The Register of Copyrights shall maintain a current directory of agents available to the public for inspection, including through the Internet, in both electronic and hard copy formats, and may require payment of a fee by service providers to cover the costs of maintaining the directory.
(3) Elements of notification.
(A) To be effective under this subsection, a notification of claimed infringement must be a written communication provided to the designated agent of a service provider that includes substantially the following:
(i) A physical or electronic signature of a person authorized to act on behalf of the owner of an exclusive right that is allegedly infringed.
(ii) Identification of the copyrighted work claimed to have been infringed, or, if multiple copyrighted works at a single online site are covered by a single notification, a representative list of such works at that site.
(iii) Identification of the material that is claimed to be infringing or to be the subject of infringing activity and that is to be removed or access to which is to be disabled, and information reasonably sufficient to permit the service provider to locate the material.
(iv) Information reasonably sufficient to permit the service provider to contact the complaining party, such as an address, telephone number, and, if available, an electronic mail address at which the complaining party may be contacted.
(v) A statement that the complaining party has a good faith belief that use of the material in the manner complained of is not authorized by the copyright owner, its agent, or the law.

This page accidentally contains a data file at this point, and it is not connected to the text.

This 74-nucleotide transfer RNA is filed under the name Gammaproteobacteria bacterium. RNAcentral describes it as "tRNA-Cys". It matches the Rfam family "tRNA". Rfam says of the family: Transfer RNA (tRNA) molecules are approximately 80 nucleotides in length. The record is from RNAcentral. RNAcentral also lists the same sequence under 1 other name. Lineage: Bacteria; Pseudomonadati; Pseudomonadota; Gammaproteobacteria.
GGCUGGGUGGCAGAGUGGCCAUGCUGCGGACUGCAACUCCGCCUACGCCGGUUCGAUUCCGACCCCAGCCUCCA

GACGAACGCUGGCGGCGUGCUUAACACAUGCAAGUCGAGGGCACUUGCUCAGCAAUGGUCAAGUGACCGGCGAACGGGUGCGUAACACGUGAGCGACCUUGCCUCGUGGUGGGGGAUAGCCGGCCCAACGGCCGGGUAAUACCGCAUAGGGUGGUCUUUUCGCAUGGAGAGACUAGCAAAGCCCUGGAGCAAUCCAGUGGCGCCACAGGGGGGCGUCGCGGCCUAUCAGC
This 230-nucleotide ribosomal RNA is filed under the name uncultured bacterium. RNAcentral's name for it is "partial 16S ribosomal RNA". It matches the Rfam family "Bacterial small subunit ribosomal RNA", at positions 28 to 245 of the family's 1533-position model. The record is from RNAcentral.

(vi) A statement that the information in the notification is accurate, and under penalty of perjury, that the complaining party is authorized to act on behalf of the owner of an exclusive right that is allegedly infringed.
(B) (i) Subject to clause (ii), a notification from a copyright owner or from a person authorized to act on behalf of the copyright owner that fails to comply substantially with the provisions of subparagraph (A) shall not be considered under paragraph (1)(A) in determining whether a service provider has actual knowledge or is aware of facts or circumstances from which infringing activity is apparent.
(ii) In a case in which the notification that is provided to the service provider’s designated agent fails to comply substantially with all the provisions of subparagraph (A) but substantially complies with clauses (ii), (iii), and (iv) of subparagraph (A), clause (i) of this subparagraph applies only if the service provider promptly attempts to contact the person making the notification or takes other reasonable steps to assist in the receipt of notification that substantially complies with all the provisions of subparagraph (A).
17 U.S.C. § 512(c) (emphasis added).